Reader Reports is a new series where That’s readers share worthwhile stories of their time in the Middle Kingdom.
With all the drama around the “will they, won’t they” of hosting the Tokyo Olympics, it is quietly slipping under the radar that the Beijing 2022 Winter Olympics is in just over a year. Beijing is actually set to be the first city to host both the Winter and Summer Games.
The primary site for snow sports is a Hebei province district called Chongli, just one hour northwest of Beijing (take the train to Taizicheng).
I was initially skeptical when a friend invited me to check it out, having always heard skiing/snowboarding near Beijing was both crowded and had a distinct lack of a critically important ingredient – ‘snow’. But, after watching a couple of Douyin videos showing an actual mountain with snow on it, I swapped my plans of doing absolutely nothing and tagged along.
... to parks, the whole Chongli district is getting ready!
We spent three days at a resort called Yunding (for some reason called Genting in English). It has a mix of beginner, intermediate and advanced runs. Overall, the slope quality was much higher than I expected, and everything is really well connected with recently completed lifts. A personal favorite was Moon Chaser, a really nice intermediate run that went from the top all the way to the main resort hub.
Not a bad view for a place with “no snow” – top of the slope at the Ji Hua Pavilion.
Taking a break on the Moon Chaser – an intermediate run.
The resort is best suited for intermediate skiers/boarders. This is for two reasons. At one end of the spectrum, skiing is still quite new to China, so there are a lot more beginners than other levels. This means the beginner slopes are by far the busiest.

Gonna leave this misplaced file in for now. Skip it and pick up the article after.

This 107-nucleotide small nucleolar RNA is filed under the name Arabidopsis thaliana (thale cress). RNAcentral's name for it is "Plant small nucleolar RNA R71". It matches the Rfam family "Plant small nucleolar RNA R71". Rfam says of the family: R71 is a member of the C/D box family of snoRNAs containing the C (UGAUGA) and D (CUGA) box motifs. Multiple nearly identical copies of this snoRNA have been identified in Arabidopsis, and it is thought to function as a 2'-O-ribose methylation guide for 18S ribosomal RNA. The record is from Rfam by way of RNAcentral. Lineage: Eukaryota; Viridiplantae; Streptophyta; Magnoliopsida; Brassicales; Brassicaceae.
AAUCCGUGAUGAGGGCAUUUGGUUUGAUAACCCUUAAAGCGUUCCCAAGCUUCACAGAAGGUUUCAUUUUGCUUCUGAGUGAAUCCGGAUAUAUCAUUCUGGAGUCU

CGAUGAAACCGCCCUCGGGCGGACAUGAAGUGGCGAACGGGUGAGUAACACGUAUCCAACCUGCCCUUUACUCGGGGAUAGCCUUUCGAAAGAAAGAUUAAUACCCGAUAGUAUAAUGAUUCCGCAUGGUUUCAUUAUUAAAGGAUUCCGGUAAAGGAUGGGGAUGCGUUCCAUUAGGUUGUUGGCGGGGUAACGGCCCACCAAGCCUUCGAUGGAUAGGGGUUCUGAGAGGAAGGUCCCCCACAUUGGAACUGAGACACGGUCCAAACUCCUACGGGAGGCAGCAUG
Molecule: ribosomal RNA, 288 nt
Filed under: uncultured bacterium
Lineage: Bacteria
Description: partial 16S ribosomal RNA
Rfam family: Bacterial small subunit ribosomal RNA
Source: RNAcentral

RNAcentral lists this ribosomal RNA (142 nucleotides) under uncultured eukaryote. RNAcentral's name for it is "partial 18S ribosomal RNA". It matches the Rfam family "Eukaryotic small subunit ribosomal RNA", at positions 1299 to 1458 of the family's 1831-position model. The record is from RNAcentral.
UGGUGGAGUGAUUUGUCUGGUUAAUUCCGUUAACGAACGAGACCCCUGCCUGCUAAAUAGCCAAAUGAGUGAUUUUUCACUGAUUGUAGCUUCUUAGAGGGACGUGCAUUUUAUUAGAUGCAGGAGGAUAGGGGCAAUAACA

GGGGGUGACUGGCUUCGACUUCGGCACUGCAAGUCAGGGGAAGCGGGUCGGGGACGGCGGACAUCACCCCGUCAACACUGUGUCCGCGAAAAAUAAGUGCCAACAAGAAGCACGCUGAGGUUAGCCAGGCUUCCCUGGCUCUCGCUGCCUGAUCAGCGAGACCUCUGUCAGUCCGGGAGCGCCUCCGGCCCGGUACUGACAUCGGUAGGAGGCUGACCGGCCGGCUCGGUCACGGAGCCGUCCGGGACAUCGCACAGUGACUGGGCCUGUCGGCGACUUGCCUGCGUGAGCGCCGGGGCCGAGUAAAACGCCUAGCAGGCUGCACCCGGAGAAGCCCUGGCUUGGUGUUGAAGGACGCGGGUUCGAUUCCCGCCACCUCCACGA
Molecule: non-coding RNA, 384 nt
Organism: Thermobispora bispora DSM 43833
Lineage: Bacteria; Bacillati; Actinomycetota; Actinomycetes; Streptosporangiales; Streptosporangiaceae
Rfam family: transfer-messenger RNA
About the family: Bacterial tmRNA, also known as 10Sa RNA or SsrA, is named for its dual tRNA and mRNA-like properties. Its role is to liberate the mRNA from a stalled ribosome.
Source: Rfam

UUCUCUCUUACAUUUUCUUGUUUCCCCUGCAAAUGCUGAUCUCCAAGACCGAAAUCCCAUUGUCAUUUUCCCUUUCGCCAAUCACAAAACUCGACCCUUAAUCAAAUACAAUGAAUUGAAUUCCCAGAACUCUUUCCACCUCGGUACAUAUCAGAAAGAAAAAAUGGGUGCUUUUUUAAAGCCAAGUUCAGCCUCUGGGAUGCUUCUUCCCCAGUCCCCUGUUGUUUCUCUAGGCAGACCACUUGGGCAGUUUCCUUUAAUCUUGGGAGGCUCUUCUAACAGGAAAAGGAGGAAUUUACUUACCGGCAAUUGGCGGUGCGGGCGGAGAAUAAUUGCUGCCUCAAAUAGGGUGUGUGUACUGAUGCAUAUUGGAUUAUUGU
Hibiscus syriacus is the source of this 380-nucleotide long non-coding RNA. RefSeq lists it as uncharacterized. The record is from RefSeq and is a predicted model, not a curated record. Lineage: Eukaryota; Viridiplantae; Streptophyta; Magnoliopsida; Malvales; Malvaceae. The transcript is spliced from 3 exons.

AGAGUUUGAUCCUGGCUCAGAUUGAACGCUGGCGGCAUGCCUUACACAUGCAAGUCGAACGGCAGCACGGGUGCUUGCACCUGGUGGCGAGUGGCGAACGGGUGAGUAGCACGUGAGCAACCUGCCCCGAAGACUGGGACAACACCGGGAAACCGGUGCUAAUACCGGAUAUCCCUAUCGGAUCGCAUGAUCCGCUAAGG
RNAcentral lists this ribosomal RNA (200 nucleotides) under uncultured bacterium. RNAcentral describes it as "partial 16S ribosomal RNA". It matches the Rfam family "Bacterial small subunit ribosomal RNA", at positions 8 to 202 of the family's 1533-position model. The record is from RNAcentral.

My friend – who was a beginner – had to do a lot of navigating around kids on school trips. My advice for beginners is to learn the basics at an indoor place so that when you are on the mountain you can avoid these more crowded areas.
Nick had never snowboarded before, but we took him up the chair lift to escape beginners.
At the other end, there is no off-piste. Most advanced boarders and skiers I know spend very little time on the actual slopes, preferring to carve their own routes in the powder. A lot of the snow here is from snow cannons, and all the focus is on making the slopes nice. There are also fences all along the slopes stopping people from making their own routes.
One afternoon, I was feeling cheeky and tried to carve my path before being shouted at by snow bao’an. If you are the type of person that finds on-piste boring, then this place is not for you. One nice thing was that the advanced routes are basically empty, so you are able to get some real speed without the risk of finding out whether your health insurance covers snow sports.
The red fences on both sides of the slopes and snow bao’an keep you from going off-piste.
Snow sports are expensive wherever you go. They have expensive ‘Ski Out’ hotel rooms, which are also often sold out. Buying stuff on the site itself is also not cheap; renting the gear is RMB280 a day, and the pass is RMB269-399, depending on if it is a weekend or not. There are, however, enough cheap places by the resort to eat and drink, including a KFC (we went twice).
Fortunately, there are more budget-friendly alternatives for rentals and accommodation. After getting screwed on the first day, we rented our gear from a shop in the city for RMB80 each for two days. We also stayed in the city at a place called Rongchen.
Obviously, it is not as convenient as being able to wake up and ski out your front door, but getting to the resort only takes 30 minutes by taxi.
We're not sure what made us happier, KFC...
... or the new trend of stuffed animal ski protection.
The city itself has lots of great restaurants, including the spectacularly named Bad Ass Lamb Hot Pot.
Bad Ass Lamb Hot Pot was...
... ‘bad ass’.
Overall, considering our very low expectations I was very pleasantly surprised. Given the rise of a new strain of COVID, you could do a lot worse if you need your snow fix this winter but don’t fancy leaving China.
One final tip would be to go during the week if you can because it is much less crowded. We boarded Monday through Wednesday and that was more than enough time. All the staff told us it was rammed on the weekends. You can also stay up-to-date on what is open with Yunding Resort’s WeChat Mini Program.
[All images by Aron Solomons for That’s]